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New York

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New York, like every state, has its own civil commitment laws that establish criteria for determining when court-ordered treatment is appropriate for individuals with severe mental illness who are too ill to seek care voluntarily. The state authorizes both inpatient (hospital) and outpatient (community) treatment, which is known in New York as "assisted outpatient treatment." It is one of the 27 states whose involuntary treatment standard is based on a person’s “need for treatment” rather than only the person’s likelihood of being dangerous to self or others.

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 For inpatient treatment, a person must be meet the following criteria:


 

  • be a danger to self/others;
  • have treatment in a hospital deemed essential, and 
  • be unable to understand need for care and treatment.

For outpatient patient treatment, a person must meet the following criteria:

  • be unlikely to survive safely in community without supervision;
  • have a history of noncompliance that includes two hospitalizations in past 36 months, or
  • act/threaten/attempt violence to self/others in 48 months immediately preceding petition filing;
  • be unlikely to voluntarily participate, needs in order to prevent relapse or deterioration likely to result in serious harm to self/others, and
  • be likely to benefit from assisted treatment.

State standards for emergency hospitalization for evaluation and state-by-state information on initiating emergency hospitalization and assisted inpatient or outpatient treatment can be found from our Civil Commitment Laws and Standards page. 

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Kendra’s Law (New York Mental Hygiene Law § 9.60) allows courts to order certain individuals with brain disorders to comply with treatment while living in the community.

New York’s assisted outpatient treatment Law (commonly known as “Kendra’s Law”) has been the subject of two empirical investigations: a 2005 study conducted by the New York State Office of Mental Health (“the OMH study”) and a 2009 evaluation performed under contract with New York State, by an independent research team (“the independent evaluation”). Taken together, the two reports establish that assisted outpatient treatment (AOT) drastically reduces hospitalization, homelessness, arrest, and incarceration among people with severe psychiatric disorders, while increasing adherence to treatment and overall quality of life. The independent evaluation further indicates that the effectiveness of Kendra’s Law is not simply a product of systemic service enhancements but is in part attributable to the value of AOT court orders in motivating treatment compliance. Click here to view the Treatment Advocacy Center's briefing paper on New York's AOT law>>>">Receive your free Guide to Kendra's Law>>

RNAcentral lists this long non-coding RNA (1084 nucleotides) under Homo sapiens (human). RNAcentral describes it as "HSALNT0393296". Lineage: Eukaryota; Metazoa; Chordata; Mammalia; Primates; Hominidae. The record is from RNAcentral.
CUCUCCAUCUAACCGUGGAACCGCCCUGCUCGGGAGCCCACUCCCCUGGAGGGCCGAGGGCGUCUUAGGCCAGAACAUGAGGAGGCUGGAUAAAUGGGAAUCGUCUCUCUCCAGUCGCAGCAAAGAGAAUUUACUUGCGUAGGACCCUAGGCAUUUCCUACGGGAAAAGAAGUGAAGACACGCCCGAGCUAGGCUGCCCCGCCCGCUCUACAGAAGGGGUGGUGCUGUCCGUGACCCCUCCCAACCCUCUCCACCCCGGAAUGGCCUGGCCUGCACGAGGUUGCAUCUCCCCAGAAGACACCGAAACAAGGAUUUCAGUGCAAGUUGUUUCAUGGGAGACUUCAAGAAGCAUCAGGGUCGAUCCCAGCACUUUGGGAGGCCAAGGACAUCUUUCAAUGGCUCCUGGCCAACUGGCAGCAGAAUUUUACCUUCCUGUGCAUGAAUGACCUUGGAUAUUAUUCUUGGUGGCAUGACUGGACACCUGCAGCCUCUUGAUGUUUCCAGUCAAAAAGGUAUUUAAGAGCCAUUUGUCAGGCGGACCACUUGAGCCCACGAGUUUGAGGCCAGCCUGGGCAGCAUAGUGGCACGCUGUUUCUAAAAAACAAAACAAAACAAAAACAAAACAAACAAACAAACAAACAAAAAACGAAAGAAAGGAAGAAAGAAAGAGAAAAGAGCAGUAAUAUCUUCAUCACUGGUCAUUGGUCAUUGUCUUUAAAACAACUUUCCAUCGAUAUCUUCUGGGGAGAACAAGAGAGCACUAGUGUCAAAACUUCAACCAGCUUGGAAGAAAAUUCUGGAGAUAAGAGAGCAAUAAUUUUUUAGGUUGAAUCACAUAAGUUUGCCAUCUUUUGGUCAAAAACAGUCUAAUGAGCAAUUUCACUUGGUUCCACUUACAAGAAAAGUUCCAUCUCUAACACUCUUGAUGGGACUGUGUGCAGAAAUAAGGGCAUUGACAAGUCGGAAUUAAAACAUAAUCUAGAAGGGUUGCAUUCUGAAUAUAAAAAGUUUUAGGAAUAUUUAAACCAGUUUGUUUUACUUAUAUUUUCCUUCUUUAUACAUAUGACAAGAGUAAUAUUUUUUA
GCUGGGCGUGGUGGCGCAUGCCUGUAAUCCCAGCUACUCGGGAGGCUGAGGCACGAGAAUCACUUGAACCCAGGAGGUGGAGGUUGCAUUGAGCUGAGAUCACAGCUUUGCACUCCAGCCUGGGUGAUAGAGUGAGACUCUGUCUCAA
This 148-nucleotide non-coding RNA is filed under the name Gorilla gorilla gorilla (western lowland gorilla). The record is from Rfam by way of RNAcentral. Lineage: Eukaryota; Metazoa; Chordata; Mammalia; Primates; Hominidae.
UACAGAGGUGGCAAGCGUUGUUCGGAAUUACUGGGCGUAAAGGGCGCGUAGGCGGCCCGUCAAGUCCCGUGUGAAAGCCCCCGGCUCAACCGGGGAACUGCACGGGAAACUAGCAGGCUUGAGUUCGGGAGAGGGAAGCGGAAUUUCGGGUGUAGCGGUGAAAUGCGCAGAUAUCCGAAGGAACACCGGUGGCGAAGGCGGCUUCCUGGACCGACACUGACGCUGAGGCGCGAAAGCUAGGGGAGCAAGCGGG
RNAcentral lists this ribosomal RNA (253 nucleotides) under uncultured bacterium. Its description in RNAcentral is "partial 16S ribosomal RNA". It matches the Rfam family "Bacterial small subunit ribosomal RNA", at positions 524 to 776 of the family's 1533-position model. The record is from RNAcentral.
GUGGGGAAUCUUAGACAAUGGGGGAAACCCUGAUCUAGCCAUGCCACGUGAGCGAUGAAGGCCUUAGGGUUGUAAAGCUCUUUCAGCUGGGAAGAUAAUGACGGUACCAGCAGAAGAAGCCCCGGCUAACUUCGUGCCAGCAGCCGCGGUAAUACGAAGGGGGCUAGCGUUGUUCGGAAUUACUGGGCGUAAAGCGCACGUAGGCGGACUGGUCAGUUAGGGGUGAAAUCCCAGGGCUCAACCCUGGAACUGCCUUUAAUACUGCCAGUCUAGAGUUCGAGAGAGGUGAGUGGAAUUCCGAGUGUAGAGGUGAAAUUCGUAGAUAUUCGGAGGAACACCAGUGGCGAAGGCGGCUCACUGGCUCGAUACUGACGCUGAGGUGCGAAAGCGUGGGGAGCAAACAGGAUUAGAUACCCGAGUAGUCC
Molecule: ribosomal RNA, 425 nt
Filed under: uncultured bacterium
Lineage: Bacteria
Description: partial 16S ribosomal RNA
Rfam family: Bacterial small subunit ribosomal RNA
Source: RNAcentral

Visit Get Help for tools and information about preparing for and handling a psychiatric crisis.

Visit Get Involved for information about how you can help bring down barriers to the timely and effective treatment of severe mental illness.


 
 

New York News

  • Is New York Really "Sweeping the Streets?"
    on 02/21/13 ( Blog / NY )

    (Feb. 21, 2013) A New York Post article this week with typically offensive headline, “Scoop the Nuts,” has brought distress to some mental health advocates and families ("Scoop the Nuts: Mentally ill roundup plan after train pushes,” Feb. 18).

    A quick glance at the story conveys an impression that the New York City Police Department has launched a campaign to “sweep the streets” of people with untreated mental illness. The story makes unsettling mention of a newly compiled “most wanted list” of 25 mentally ill individuals believed to be untreated and homeless.

    The alarm is unwarranted. Cutting through the breathless rhetoric, it turns out that the initiative reported here is simply an effort by the city to meet its court-ordered obligations to provide treatment to people in desperate need.

    Individuals on the city’s list reportedly all have documented histories of treatment non-compliance leading to violence and/or repeated hospitalization sufficient that they have qualified for assisted outpatient treatment (AOT)  under New York’s Kendra’s Law.  All are currently believed by their doctors to be in violation of their AOT court orders by not complying with their treatment plans and are possibly dangerous.

    In this new city campaign, the police have not been asked to arrest anyone. Instead, they are fulfilling the function set out for law enforcement officers in New York’s AOT law: to bring people who are in violation of their treatment orders and believed to possibly be dangerous to a health-care facility for evaluation. Those found by doctors to not currently meet New York’s hospital commitment standard will be immediately released (with, one hopes, a re-connection to their treatment team and continued monitoring.)

    Needless to say, this is exactly how AOT is supposed to work in New York. The only thing new about the “most wanted list” is that, according to the Post, in the past only non-adherent AOT patients with known addresses were pursued. Now, the NYPD is actively searching for those whose whereabouts are unknown.

    To which we can only say: it’s about time! Considering that the alternative is the abandonment of people with untreated mental illness to the perils of street life, we commend NYC for its heartening new policy.